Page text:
No, I hadn’t ever really meant it. I’ve wanted to mean it but never have. I thought back on the truth that I knew, not the fears I had believed on my bad days, my days of doubts, my days that did not go according to expectation so it was easy to believe the lies. The lies that said I was completely and utterly rejectable.

“All is grace only because all can transfigure.”

How was living under the weight and fear of rejection grace? How was it transfiguring? It felt like it was only making me afraid, neurotic, and insecure because of the scars of my past.

I thought harder. Thought back to eight years ago, to what my life would be now if I had not experienced those events that made me feel and question.

I would not live in California. I would not have gone to Australia, encountered God in fullness, found myself. I could be married to someone who was not pursuing God, perhaps even divorced due to more infidelity. I would not have the friends I have now, the relationship with a hilarious, God-loving, honorable man who challenges me. I would not have learned and grown in faith as I have. I would not have started She Has Worth. I know all of this with clarity. I would not even recognize my life.  I shudder, not with rejection but with gratitude.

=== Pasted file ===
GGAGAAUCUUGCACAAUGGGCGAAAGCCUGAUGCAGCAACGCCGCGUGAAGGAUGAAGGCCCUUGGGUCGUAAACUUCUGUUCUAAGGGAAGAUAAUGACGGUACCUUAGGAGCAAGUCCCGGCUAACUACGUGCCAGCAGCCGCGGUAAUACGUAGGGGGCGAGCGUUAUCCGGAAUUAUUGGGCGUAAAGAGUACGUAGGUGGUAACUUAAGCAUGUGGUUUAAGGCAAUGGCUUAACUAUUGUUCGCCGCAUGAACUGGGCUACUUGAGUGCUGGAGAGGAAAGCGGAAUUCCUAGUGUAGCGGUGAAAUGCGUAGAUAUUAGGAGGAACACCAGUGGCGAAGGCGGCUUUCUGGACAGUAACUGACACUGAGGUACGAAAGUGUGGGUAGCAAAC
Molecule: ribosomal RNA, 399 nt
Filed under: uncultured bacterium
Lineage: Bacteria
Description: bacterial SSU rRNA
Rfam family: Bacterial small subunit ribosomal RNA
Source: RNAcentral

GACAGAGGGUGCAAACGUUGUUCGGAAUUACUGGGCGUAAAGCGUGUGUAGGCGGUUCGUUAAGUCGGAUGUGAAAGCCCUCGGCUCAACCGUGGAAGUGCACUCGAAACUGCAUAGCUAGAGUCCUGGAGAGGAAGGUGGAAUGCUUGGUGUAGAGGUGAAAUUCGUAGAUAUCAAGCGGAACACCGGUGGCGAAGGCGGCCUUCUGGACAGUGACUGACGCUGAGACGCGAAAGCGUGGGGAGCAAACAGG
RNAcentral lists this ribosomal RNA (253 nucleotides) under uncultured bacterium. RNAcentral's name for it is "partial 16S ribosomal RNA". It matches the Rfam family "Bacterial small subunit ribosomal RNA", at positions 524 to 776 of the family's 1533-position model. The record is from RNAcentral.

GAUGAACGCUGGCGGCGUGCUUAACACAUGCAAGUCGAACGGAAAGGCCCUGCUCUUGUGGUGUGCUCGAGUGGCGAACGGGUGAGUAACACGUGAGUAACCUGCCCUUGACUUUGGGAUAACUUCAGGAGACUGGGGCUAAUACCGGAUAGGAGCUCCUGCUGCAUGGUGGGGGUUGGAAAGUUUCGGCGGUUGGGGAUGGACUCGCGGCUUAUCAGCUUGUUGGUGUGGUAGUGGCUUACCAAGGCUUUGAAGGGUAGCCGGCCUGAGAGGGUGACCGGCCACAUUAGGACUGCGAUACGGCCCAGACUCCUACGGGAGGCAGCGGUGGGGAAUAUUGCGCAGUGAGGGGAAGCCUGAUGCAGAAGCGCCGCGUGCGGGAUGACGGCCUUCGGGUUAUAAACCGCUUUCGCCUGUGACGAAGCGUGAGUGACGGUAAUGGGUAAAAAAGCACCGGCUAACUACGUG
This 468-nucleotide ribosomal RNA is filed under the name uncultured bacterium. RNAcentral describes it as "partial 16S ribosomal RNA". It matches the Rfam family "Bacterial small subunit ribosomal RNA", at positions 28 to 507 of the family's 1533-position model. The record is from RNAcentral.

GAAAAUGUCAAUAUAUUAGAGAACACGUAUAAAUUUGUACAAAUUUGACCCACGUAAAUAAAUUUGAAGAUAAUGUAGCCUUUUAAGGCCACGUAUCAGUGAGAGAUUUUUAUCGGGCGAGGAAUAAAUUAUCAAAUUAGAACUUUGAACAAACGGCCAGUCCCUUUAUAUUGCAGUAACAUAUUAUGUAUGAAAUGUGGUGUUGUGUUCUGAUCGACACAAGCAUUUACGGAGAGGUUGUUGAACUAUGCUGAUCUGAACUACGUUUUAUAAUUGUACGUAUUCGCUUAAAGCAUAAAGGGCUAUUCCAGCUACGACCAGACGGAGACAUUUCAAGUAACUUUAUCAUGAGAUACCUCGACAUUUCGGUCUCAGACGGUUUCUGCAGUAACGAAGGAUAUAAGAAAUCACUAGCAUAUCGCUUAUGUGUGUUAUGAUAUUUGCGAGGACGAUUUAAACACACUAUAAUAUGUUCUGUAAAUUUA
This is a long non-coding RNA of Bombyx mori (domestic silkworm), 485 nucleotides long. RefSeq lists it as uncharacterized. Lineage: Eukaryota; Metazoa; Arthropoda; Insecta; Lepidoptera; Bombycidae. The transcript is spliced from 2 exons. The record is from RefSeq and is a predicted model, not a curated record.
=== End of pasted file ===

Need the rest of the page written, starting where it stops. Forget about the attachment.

God opens my eyes.

I have never been rejected. Me, who I am as a person, has never been rejected, not truly. There have been experiences and hurts that have made me feel rejected, made me wonder if perhaps I am not good enough, if I have what it takes to be loved. But in the light and full revelation of His grace, I can see those events for what they are: transfiguring grace moments.

I have never been rejected, I have been protected.

God knew the deeper lifetime of hurt that I would face if I did not experience a little pain. He saw the big picture, the picture of the life He has for me, the people and adventures I would miss if I did not go through feelings of rejection to spark a change in lanes.

And I can see it now, the grace that was in the rejection. The absolute divine protection that was wrapped up in what, to me, looked like the ultimate dismissal. It goes further. Rejection did not mean that I wasn’t good enough, it meant that God loved me enough to protect me. To build a future brighter and better than the one I thought I wanted as an 18-year-old.

I was rejected because God was saving me for my purpose, rerouting me to deeper experience His glory. The rejection I thought was a curse, thought I was doomed to relive, was a blessing. It was the opening of a doorway to a fuller life and a deeper understanding of God, of who He has always been for me: Protector. He was my shield, even when I was unaware of Him

Yes, all is grace because all can transfigure.

Coleen York

Coleen York is the founder and editor of She Has Worth. She works as a freelance copywriter and editor, so feel free to hire her so she has employment. Additionally, she enjoys being outside, traveling, dinosaurs, art, Oreos, slurpees, and coffee (but not all together, that would probably be gross). Read more about Coleen in the "Our Team" section of She Has Worth.